When considering the history of sport
utility vehicles, and the popularity of four-wheel drive vehicles, Ford's
Bronco plays a prominent role. It was introduced in 1966, and this body
style remained unchanged until it was replaced by a new full-size Bronco
Compared to today's 4x4, the Bronco was
designed to be very basic. Originally, 3 versions were introduced, a
wagon, what Ford called a sports utility pickup and a roadster, that had
a soft top roof and doors that fit in stylized door cut outs. On these
models, the windshield folded down, and with the wagon and pickup, the
roof could be removed.
To reduce costs, the Bronco used parts
from the F-100 parts bin, like the instrument cluster, and rear tail
lights. For the next few years, Ford upgraded their compact
four-wheeler. In 1967 a Sport Bronco option was offered, which added an
upgraded interior and exterior bright work. Two years later, the
windshield no longer folded down and the roofs were no longer removable.
Also, the cowl area was improved for reduced road
Mechanically, the Bronco suspension consisted of Ford's
Mono Beam design, with coil springs in front and leaf springs in the
rear. Brakes measured 11 x 2 inches and were made self-adjusting in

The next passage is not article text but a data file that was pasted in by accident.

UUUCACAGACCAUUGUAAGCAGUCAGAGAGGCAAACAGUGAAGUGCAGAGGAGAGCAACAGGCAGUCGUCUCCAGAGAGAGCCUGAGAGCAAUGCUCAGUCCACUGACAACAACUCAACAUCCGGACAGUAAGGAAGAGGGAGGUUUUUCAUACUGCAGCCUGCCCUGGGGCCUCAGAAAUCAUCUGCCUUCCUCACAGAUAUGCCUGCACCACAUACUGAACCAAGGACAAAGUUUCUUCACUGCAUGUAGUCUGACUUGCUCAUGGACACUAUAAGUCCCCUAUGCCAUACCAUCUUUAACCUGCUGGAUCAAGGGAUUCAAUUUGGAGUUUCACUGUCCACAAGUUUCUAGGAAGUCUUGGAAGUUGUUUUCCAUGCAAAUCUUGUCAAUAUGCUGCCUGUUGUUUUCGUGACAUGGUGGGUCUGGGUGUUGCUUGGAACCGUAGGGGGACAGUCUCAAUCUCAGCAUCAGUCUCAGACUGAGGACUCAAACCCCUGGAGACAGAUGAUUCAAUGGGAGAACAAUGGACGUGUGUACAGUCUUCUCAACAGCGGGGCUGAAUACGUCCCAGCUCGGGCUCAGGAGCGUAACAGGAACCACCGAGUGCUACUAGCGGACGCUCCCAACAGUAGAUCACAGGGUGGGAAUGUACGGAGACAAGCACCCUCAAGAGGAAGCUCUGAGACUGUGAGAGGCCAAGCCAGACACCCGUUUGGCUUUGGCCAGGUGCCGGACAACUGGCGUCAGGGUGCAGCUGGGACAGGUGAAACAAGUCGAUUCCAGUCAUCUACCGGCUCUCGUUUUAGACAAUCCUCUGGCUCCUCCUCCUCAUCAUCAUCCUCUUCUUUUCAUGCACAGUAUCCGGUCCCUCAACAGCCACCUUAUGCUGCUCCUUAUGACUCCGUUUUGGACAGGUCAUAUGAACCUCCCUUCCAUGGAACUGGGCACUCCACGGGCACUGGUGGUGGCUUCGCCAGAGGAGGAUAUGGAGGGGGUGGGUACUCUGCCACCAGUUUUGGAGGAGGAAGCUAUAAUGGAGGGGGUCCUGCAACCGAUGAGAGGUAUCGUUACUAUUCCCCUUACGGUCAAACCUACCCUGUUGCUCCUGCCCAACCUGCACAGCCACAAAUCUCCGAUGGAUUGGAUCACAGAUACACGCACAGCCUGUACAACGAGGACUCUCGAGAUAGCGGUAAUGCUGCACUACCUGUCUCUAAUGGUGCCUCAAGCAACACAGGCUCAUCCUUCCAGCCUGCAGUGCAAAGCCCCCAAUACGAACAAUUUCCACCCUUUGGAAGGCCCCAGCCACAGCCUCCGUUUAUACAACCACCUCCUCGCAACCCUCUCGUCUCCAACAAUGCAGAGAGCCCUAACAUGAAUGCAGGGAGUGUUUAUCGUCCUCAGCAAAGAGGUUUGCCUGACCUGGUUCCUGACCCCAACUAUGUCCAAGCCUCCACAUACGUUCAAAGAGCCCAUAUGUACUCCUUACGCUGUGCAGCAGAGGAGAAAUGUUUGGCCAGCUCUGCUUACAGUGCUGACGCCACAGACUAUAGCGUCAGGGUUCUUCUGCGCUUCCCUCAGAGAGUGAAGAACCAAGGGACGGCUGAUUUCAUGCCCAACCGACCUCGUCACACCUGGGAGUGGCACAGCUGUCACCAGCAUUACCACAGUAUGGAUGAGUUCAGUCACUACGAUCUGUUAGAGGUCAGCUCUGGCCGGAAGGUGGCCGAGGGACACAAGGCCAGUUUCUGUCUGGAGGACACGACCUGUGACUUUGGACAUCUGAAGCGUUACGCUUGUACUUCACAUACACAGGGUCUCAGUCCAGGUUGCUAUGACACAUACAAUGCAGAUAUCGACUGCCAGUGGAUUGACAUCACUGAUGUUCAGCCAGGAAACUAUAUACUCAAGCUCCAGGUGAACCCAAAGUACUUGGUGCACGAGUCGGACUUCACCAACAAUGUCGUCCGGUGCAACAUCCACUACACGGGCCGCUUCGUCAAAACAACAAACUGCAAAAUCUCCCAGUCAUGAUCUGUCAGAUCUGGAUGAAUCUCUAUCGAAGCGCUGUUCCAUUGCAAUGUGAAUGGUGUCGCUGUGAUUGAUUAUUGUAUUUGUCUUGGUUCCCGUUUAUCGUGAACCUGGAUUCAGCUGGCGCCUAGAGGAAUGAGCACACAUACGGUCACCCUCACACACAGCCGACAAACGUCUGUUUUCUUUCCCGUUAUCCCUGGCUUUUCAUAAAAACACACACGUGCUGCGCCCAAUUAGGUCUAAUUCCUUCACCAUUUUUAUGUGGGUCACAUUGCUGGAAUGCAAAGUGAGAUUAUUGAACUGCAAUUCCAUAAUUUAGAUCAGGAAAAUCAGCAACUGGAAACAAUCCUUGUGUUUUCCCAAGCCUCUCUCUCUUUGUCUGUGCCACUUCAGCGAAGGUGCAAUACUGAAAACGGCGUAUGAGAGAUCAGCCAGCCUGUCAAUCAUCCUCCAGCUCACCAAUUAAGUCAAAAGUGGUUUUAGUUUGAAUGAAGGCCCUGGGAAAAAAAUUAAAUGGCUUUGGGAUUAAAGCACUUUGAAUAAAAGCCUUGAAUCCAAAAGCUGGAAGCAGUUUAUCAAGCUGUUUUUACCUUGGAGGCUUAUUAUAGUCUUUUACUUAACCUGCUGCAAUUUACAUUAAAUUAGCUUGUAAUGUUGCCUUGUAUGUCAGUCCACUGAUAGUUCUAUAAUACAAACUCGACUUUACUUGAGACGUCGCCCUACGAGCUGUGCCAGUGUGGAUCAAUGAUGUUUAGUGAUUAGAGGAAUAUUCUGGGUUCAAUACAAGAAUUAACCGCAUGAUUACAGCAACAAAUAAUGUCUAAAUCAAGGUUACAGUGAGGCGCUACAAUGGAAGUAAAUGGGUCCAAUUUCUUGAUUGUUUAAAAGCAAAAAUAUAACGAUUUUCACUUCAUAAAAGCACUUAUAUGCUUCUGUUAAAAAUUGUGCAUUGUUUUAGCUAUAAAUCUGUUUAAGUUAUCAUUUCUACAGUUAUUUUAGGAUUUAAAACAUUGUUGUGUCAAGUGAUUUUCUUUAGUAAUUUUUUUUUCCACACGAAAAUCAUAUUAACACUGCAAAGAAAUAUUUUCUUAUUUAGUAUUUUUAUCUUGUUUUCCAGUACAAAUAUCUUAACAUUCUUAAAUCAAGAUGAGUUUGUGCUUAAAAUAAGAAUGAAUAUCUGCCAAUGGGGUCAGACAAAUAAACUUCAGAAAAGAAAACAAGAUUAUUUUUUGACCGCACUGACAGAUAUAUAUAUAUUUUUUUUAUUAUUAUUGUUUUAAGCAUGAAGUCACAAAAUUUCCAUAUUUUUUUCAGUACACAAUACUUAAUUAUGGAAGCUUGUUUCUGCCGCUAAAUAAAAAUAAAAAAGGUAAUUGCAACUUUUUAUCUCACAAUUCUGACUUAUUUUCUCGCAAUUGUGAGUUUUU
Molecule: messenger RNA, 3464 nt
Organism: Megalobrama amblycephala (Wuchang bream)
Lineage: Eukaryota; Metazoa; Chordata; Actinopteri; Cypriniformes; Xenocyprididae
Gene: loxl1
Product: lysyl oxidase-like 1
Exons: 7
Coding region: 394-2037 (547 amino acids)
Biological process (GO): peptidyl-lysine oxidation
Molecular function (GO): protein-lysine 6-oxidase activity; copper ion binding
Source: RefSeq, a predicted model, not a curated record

1967. Standard tires were 7.35x15.
The first models drove off the
assembly line with a 105 horsepower 170 cubic inch six from the now
extinct Falcon. A 289 was optional, with a 302 offered in 1970. The
Bronco was offered with plenty of options, such as a heavy-duty clutch,
limited-slip differentials front and rear, a 11.5 gallon auxiliary fuel
tank and a tailgate mounted spare tire.
Our retrospective 1970
Bronco was assembled at the Michigan Truck Assembly plant in Wayne,
Michigan in March 1970. It was and still is powered by a 302 V8 that
trumps up about 205 horsepower. As a testament to reliability and
simplicity, the transmission is the 3.03 Ford. This 3-speed worked well
with the Ford 9-inch Trac Lok limited-slip differential with 3.55:1
gears. Up front, there's a factory Dana 30 with 3.50:1
In total, 18,500 of these rigs were produced in
Our sincere thanks to Jeff Trapp of South Lyons, Michigan
for sharing his outstanding vehicle with us.
|1970 Bronco Specifications:
|Horsepower @ rpm:
||205 @ 4400|
|Torque (lb/ft) @ rpm:
||220 @ 2900|
||3-speed manual; 2-speed transfer case|
|Curb weight, lbs.:
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